Seeing Our Neighbors

young girl looking imploringly
Photo by Adrien Taylor on Unsplash; licensed under CC0.

When I was in college, I studied abroad in a country where social and economic disparities were more immediately visible than what I had experienced living in the United States. The family I stayed with abroad could be considered middle class, living in a relatively nice apartment that never lacked running water, food, and amenities that provided comfort and entertainment. But just minutes from the apartment, I would encounter people begging on the streets for anything to help them and their families make it another day. I wanted to help but doing so seemed overwhelming as I considered that no matter what I did, it would do little to ultimately alleviate so many people’s daily suffering.

Then I started to notice one young girl in particular who I regularly saw digging in a dumpster for food. I had passed by her many times without ever interacting with her—perhaps a sign of my numbness to the suffering that had become the backdrop to daily life. But eventually, I started to see the girl in such a way that I could no longer ignore her immediate needs and began bringing food to share with her. Even if I could not change her larger life circumstances, I could do something. The stark contrasts I witnessed abroad taught me to see my own country differently, including the inequities and suffering that are perhaps less visible but should not, therefore, be ignored.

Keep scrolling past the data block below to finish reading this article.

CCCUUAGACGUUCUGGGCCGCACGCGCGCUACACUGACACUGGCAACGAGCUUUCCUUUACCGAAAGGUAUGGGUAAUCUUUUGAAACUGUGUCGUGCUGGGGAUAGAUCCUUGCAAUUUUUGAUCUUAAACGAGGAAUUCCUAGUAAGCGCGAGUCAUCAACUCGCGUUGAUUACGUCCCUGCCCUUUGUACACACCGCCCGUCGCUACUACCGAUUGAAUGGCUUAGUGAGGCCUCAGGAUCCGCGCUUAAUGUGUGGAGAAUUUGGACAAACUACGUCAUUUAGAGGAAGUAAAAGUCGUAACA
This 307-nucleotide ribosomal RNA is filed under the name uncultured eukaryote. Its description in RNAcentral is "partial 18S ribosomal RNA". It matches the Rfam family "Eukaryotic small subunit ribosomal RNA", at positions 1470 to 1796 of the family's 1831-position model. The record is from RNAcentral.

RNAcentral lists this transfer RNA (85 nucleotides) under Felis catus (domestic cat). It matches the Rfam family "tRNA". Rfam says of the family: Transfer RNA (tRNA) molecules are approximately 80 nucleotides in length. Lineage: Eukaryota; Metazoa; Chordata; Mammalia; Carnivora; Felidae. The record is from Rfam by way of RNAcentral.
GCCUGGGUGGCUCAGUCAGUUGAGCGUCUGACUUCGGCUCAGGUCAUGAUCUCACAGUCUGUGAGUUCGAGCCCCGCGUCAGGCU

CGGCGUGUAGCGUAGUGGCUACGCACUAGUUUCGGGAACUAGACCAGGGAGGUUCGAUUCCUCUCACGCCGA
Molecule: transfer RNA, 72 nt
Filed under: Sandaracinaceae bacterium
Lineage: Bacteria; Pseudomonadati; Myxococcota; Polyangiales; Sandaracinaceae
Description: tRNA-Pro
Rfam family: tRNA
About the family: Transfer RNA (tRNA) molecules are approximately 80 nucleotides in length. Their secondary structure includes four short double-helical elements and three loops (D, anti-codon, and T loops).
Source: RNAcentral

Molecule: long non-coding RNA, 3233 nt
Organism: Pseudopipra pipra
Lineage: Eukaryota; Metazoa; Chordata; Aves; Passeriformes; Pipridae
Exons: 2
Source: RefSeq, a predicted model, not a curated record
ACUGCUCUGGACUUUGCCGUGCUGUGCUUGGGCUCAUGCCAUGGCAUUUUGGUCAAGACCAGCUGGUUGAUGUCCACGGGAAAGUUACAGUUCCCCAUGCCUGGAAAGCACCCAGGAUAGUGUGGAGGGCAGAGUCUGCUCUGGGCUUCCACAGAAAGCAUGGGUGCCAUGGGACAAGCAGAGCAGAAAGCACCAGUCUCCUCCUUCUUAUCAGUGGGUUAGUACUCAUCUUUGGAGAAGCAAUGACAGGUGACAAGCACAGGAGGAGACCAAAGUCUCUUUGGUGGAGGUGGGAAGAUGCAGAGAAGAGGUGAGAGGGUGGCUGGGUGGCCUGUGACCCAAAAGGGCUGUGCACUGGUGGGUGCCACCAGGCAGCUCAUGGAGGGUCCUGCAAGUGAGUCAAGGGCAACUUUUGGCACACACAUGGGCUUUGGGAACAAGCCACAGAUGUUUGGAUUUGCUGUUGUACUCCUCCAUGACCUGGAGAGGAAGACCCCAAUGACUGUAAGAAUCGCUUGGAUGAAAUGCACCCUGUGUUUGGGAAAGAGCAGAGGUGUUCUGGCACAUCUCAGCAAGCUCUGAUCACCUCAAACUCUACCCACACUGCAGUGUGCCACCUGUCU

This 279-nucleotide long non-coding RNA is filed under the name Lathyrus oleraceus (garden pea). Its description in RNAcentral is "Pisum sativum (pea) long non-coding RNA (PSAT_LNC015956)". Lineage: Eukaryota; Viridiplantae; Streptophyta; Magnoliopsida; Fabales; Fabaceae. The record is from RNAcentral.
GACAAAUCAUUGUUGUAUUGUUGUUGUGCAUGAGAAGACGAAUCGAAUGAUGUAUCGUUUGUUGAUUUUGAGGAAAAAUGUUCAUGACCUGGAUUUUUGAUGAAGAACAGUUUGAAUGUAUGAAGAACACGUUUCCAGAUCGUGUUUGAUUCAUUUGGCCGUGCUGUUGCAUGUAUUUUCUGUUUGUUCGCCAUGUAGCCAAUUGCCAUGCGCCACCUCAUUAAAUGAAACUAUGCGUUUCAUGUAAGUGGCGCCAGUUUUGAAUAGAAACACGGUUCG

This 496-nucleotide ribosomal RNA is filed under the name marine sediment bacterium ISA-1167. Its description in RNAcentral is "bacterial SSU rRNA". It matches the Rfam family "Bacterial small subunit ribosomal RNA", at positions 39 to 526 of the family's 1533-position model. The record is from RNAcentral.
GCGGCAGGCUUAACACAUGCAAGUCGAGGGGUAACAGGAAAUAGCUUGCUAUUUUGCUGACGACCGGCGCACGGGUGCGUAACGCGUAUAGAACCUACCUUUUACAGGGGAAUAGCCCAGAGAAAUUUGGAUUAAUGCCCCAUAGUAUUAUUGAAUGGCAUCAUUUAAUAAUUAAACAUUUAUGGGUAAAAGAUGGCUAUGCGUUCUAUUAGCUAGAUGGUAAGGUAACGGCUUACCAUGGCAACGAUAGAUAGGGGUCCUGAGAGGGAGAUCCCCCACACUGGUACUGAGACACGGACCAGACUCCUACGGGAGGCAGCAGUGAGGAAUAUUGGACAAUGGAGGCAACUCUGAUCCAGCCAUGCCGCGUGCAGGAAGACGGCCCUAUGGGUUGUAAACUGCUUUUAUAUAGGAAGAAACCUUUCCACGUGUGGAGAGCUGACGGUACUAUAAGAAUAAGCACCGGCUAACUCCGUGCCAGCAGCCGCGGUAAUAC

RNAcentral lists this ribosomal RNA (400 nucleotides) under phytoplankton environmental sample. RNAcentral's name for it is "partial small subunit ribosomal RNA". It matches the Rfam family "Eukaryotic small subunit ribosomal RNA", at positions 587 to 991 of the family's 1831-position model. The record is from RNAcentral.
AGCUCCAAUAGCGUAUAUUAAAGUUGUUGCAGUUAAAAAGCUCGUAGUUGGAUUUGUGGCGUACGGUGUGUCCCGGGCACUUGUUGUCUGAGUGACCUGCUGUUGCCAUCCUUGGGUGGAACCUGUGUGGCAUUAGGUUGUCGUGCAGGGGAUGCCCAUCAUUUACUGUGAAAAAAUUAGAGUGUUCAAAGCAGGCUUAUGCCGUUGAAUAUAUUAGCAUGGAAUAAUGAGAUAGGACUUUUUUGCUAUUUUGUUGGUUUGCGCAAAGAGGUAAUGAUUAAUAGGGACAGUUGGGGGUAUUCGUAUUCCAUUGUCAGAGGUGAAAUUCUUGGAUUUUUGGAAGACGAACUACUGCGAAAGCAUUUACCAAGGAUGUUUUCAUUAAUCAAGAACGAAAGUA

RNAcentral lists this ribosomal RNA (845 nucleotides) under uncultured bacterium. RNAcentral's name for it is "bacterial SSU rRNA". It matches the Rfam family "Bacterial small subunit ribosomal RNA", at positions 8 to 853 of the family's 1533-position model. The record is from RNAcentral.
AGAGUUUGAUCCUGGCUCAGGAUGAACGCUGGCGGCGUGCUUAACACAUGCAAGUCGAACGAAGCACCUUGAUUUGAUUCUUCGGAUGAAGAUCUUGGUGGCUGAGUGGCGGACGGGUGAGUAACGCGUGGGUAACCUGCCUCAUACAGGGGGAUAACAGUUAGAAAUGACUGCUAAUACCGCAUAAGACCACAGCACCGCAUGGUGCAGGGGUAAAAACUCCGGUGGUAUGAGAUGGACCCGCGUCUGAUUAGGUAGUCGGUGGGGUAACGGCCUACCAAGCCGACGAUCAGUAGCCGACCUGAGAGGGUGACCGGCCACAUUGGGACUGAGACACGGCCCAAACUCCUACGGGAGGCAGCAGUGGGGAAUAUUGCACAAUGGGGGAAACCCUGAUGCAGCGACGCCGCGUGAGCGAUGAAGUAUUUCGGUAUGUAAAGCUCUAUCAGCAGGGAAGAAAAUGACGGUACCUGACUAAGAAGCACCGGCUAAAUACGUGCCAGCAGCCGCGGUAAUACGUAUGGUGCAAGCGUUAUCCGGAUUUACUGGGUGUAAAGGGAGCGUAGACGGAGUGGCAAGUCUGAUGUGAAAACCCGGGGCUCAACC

Clear contrasts also characterize the parable of the rich man and Lazarus that Jesus tells in Luke 16:19-31. The rich man is dressed like royalty and celebrates each day in style, presumably inside a home where he eats plentifully and lacks nothing materially. Outside, barely surviving in the margins of society, lies a poor man named Lazarus. He is so hungry that even crumbs from the rich man’s table would be satisfying. Perhaps illness left Lazarus in this vulnerable and dishonorable position, where dogs publicly lick his sores.

Consistent with the theme of divinely-enacted reversal that permeates Luke’s Gospel (e.g., 1:46-55; 4:16-30; 6:20-26), the realities of Lazarus and the rich man are inverted when they both die. Lazarus, who suffered miserably on earth, is carried by angels to be with Abraham while the rich man, who enjoyed the good life on earth, now experiences torment in the flames of Hades. Apparently, not even this unbearable suffering entirely disrupts this man’s sense of privilege, as he asks Abraham to send Lazarus as his servant to relieve his pain—precisely what he did not do for Lazarus during his life. It is, in fact, this man’s insensitivity both to the human suffering that was right outside of his home and to the words of Scripture, which unequivocally call for God’s people to take care of the poor and vulnerable (e.g., Exodus 22:21-22; Leviticus 19:9-10; Deuteronomy 14:28-29), that make his torment irreversible.

How are preachers and the communities they serve to engage this challenging text? What does it reveal about the preaching vocation and our common calling to Christian discipleship?